Time, Inc newsrooms will soon be reporting to the business side of the company– a concept which, as the New York Times notes, was "once verboten at journalistic institutions."
The latest media-politics revolving door news is that Time managing editor Richard Stengel is leaving the magazine and heading over to the State Department to be the new undersecretary of State for public diplomacy and public affairs. That's PR–or maybe propaganda, if you prefer that term.
Time magazine's Michael Crowley (9/9/13) offers an analysis of how the Syrian situation reflects on Barack Obama's presidency: Whatever comes of Obama's confrontation with Assad, an even more dangerous confrontation lies in wait–the one with Iran. If another round of negotiations with Tehran should fail, Obama may soon be obliged to make good on his vow to stop Iran from developing a nuclear weapon. "I will not hesitate to use force when it is necessary to defend the United States and its interests," Obama told the American Israel Public Affairs Committee in March 2012. But to his critics, Obama does […]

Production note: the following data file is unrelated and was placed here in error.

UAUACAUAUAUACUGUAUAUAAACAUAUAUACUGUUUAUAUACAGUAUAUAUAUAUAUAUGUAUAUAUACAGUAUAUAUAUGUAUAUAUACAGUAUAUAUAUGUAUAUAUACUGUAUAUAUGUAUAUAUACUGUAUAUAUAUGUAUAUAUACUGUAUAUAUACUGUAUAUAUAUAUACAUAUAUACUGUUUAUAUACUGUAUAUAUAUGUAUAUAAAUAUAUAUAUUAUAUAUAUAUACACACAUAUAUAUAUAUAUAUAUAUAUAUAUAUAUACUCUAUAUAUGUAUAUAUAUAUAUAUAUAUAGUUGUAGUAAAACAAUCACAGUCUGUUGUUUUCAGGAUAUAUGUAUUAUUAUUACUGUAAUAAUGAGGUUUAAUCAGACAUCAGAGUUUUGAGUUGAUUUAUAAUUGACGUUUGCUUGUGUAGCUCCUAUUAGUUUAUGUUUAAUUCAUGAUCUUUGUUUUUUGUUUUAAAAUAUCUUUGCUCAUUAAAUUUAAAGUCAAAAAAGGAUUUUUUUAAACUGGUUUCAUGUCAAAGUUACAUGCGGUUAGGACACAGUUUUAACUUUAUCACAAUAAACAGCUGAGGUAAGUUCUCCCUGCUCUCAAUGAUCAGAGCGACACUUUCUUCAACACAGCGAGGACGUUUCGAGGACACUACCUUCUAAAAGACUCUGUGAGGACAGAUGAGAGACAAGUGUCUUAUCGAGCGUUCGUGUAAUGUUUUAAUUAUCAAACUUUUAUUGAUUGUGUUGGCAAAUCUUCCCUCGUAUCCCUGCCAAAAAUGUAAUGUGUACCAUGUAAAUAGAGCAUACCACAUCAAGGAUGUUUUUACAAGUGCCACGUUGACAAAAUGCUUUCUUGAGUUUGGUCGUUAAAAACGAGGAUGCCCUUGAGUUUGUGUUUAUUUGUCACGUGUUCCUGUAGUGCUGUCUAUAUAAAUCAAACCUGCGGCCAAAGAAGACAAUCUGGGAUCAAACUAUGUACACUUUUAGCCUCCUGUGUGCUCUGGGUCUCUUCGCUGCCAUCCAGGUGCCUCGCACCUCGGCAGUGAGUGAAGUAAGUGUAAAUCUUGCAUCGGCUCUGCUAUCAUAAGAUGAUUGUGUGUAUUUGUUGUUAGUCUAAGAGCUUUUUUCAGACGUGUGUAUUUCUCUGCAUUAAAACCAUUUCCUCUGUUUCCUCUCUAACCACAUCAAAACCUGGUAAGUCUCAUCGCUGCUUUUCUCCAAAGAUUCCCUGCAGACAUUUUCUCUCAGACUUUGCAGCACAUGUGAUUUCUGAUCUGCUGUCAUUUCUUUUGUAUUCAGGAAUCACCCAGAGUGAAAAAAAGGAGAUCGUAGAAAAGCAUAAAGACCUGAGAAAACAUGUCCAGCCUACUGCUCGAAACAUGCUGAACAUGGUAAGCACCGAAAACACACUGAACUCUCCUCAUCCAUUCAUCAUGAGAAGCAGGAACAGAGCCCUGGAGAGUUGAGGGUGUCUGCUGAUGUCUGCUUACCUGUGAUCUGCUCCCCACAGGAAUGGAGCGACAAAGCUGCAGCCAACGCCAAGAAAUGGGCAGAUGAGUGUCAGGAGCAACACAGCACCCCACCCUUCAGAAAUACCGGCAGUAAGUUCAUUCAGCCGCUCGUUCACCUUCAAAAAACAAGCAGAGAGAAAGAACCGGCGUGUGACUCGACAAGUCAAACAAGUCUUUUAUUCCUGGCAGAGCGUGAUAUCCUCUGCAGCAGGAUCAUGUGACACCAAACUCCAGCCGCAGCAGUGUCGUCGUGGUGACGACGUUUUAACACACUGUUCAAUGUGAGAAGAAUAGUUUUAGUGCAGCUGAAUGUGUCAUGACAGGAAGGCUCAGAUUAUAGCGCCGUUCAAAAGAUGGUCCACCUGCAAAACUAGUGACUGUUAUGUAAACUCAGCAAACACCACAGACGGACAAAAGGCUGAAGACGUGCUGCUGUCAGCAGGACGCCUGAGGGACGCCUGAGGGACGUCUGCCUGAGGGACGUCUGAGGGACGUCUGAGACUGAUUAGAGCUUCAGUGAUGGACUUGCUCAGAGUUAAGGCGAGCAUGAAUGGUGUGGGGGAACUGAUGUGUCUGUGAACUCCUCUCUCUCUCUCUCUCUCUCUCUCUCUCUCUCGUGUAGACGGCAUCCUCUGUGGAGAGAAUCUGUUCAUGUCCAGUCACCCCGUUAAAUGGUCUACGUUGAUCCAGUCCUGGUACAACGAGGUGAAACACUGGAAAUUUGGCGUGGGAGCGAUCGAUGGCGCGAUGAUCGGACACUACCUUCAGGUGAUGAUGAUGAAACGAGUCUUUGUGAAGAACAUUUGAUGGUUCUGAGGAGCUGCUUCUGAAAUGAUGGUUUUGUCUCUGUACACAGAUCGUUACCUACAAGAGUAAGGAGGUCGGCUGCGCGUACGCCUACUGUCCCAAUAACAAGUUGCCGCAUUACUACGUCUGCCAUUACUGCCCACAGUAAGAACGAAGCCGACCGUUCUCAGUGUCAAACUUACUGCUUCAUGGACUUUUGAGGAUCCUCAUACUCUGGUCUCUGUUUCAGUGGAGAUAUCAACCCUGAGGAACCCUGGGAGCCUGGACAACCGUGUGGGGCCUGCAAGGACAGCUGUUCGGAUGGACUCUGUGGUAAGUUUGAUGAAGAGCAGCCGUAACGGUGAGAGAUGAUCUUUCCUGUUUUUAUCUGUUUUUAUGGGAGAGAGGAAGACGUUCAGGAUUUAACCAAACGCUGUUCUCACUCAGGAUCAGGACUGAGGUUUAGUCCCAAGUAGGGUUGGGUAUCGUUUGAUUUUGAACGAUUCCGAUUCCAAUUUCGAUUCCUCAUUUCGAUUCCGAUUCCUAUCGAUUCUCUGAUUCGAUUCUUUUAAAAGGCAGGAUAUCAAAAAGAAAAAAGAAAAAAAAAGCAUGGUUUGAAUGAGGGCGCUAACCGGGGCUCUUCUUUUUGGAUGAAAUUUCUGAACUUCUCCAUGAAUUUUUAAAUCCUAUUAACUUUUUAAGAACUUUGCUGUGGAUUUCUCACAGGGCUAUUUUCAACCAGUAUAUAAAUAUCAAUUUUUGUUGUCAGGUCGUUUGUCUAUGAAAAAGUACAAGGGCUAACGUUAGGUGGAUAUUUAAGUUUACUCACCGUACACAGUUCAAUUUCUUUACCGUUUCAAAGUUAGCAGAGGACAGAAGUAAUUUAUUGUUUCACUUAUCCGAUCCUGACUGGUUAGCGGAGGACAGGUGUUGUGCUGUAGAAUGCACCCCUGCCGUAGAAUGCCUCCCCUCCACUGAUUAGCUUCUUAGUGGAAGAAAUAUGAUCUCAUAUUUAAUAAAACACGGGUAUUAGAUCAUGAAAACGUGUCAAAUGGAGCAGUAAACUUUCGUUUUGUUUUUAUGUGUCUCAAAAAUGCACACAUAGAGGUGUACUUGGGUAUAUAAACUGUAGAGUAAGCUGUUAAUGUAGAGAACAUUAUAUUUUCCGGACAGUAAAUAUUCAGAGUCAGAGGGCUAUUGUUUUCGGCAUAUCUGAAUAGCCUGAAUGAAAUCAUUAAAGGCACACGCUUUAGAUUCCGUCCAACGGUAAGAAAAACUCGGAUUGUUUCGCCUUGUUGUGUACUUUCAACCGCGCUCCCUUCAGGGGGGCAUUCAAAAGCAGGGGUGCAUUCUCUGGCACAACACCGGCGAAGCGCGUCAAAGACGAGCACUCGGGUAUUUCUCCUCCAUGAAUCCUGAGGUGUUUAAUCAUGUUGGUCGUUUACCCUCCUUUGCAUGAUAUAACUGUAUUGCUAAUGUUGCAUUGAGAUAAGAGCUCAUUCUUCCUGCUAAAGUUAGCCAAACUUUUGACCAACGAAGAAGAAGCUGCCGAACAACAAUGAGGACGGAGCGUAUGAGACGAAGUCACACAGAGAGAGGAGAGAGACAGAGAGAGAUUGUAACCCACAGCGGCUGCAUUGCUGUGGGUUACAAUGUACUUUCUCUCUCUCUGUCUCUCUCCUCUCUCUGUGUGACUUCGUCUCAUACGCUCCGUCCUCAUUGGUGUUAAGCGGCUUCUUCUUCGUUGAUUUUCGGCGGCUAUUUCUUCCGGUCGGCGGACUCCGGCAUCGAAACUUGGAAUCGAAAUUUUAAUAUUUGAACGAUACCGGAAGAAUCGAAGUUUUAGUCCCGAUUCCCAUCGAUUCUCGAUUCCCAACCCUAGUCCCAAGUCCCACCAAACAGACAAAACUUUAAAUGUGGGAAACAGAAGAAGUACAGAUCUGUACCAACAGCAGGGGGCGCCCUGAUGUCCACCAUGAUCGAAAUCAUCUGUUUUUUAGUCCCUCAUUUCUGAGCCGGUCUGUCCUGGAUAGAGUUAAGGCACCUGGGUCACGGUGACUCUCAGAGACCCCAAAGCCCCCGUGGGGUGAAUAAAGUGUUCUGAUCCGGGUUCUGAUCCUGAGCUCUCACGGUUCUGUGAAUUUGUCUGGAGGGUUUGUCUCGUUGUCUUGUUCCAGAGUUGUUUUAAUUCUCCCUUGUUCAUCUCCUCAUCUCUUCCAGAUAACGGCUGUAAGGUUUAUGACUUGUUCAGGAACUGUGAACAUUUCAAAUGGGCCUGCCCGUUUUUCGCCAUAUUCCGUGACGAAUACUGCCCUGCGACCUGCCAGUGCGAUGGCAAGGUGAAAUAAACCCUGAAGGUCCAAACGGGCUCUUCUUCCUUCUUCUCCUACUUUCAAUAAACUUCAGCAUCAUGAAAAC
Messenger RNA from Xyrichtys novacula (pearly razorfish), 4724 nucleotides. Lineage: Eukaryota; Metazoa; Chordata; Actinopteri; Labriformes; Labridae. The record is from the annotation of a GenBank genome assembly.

In his attack last week on NSA whistleblower Edward Snowden, the New Yorker's Jeffrey Toobin (8/20/13) started off by comparing the release of classified information about government spying to the assassination of Martin Luther King: The assassinations of Martin Luther King, Jr., and Robert F. Kennedy led directly to the passage of a historic law, the Gun Control Act of 1968. Does that change your view of the assassinations? Should we be grateful for the deaths of these two men? Of course not. That's lunatic logic. But the same reasoning is now being applied to the actions of Edward Snowden. […]